The number of COVID-19 deaths in the US crossed 100,000 on Wednesday, reaching 100,047, according to the Center for Systems Science and Engineering (CSSE) at Johns Hopkins University.
New York, the country’s worst-hit state in the pandemic, reported 364,965 cases and 29,370 deaths. New Jersey, Massachusetts, Michigan, Pennsylvania and Illinois each reported over 5,000 deaths, the CSSE data showed.
About 1,400 Americans have died on average each day in May, down from the peak of the outbreak in April when 2,000 people a day died on average.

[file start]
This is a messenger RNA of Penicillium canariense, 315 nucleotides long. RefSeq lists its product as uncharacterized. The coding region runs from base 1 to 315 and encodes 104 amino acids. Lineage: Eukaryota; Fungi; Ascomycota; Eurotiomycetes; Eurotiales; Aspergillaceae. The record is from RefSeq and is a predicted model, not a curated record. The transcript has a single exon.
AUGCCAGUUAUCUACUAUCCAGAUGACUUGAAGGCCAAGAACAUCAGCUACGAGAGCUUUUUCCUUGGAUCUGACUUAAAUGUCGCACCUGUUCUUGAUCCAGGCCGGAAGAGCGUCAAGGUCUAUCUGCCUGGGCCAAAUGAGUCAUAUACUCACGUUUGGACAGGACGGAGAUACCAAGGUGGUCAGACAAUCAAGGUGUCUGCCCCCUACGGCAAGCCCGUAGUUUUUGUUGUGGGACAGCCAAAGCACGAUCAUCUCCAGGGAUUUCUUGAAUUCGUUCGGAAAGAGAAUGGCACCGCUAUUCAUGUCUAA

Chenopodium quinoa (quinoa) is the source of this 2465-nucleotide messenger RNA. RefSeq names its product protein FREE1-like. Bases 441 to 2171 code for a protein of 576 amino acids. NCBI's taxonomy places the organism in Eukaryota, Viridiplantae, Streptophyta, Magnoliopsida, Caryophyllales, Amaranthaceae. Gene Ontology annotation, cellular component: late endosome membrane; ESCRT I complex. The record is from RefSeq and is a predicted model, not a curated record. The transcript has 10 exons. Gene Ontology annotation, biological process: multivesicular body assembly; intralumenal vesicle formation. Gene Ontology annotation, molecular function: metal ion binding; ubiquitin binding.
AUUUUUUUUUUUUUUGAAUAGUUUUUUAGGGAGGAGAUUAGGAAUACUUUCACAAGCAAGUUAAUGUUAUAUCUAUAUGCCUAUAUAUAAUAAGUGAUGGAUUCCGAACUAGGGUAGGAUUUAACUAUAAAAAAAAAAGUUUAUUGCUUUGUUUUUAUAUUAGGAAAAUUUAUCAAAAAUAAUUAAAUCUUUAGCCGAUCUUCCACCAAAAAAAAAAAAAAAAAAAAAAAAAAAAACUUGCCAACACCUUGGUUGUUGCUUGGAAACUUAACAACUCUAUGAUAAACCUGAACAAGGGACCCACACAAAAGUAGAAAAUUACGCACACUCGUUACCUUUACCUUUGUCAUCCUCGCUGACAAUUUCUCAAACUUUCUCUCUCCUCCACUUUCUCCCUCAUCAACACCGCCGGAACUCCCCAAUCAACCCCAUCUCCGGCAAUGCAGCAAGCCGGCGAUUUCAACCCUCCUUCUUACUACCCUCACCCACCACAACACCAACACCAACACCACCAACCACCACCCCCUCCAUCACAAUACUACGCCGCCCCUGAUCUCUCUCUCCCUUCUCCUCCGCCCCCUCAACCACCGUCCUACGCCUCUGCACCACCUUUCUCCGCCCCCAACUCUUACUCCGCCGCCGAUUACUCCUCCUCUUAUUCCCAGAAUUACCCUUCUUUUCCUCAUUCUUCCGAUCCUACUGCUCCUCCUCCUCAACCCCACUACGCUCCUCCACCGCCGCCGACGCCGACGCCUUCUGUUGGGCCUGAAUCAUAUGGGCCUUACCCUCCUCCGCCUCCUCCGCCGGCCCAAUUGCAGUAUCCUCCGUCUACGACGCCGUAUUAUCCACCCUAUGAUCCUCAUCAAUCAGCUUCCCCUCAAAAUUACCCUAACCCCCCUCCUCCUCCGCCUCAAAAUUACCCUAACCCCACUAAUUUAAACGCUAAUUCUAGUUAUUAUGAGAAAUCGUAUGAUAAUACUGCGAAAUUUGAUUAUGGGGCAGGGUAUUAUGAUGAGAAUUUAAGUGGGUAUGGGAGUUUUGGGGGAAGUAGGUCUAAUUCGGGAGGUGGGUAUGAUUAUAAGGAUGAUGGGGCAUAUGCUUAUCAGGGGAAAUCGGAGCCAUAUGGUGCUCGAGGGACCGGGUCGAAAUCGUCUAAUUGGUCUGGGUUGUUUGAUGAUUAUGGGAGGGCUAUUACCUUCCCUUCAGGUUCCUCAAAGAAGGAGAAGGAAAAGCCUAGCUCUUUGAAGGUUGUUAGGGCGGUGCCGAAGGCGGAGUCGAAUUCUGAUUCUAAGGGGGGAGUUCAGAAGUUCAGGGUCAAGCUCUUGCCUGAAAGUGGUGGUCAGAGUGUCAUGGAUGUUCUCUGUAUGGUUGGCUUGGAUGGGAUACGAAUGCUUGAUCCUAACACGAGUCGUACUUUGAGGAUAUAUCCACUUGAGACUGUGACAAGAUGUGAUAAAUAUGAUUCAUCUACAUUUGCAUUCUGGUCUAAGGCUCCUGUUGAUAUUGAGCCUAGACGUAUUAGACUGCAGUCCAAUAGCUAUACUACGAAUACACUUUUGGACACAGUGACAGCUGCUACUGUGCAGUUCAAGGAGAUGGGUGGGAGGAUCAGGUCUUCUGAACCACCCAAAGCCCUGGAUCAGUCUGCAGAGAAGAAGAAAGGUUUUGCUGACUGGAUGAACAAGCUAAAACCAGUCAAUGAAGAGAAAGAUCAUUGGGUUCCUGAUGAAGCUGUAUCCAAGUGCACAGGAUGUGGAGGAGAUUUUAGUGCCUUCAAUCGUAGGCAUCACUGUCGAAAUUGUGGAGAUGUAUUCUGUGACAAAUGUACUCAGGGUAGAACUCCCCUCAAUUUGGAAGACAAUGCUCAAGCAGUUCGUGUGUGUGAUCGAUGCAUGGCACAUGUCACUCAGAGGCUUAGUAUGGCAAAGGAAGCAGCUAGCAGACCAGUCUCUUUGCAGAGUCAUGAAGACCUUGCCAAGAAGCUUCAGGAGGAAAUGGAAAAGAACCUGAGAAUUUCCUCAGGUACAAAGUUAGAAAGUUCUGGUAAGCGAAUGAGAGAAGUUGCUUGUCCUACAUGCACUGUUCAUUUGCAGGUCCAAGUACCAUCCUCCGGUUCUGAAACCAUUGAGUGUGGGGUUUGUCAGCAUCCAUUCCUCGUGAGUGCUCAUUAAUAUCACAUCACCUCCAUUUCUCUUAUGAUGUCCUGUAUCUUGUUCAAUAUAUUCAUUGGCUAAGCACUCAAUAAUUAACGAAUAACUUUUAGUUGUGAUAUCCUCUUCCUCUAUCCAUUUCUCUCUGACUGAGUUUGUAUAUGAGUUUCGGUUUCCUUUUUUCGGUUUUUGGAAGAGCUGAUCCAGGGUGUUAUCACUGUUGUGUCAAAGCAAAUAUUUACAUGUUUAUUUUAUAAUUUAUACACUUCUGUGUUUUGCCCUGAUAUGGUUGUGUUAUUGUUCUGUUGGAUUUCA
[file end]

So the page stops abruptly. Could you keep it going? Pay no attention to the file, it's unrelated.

The US death toll is higher than fatalities from the seasonal flu going back to the 1957-1958 season, when 116,000 died. In about three months, COVID-19 deaths exceed the number of Americans killed in the Korean War, Vietnam War and the U.S. conflict in Iraq from 2003-2011 – combined.
The coronavirus has killed more people than the AIDS epidemic did from 1981 through 1989.
Total US coronavirus cases are over 1.7 million with some southern states seeing new cases rising in the past week, according to a Reuters analysis of data from The COVID Tracking Project, a volunteer-run effort to track the outbreak.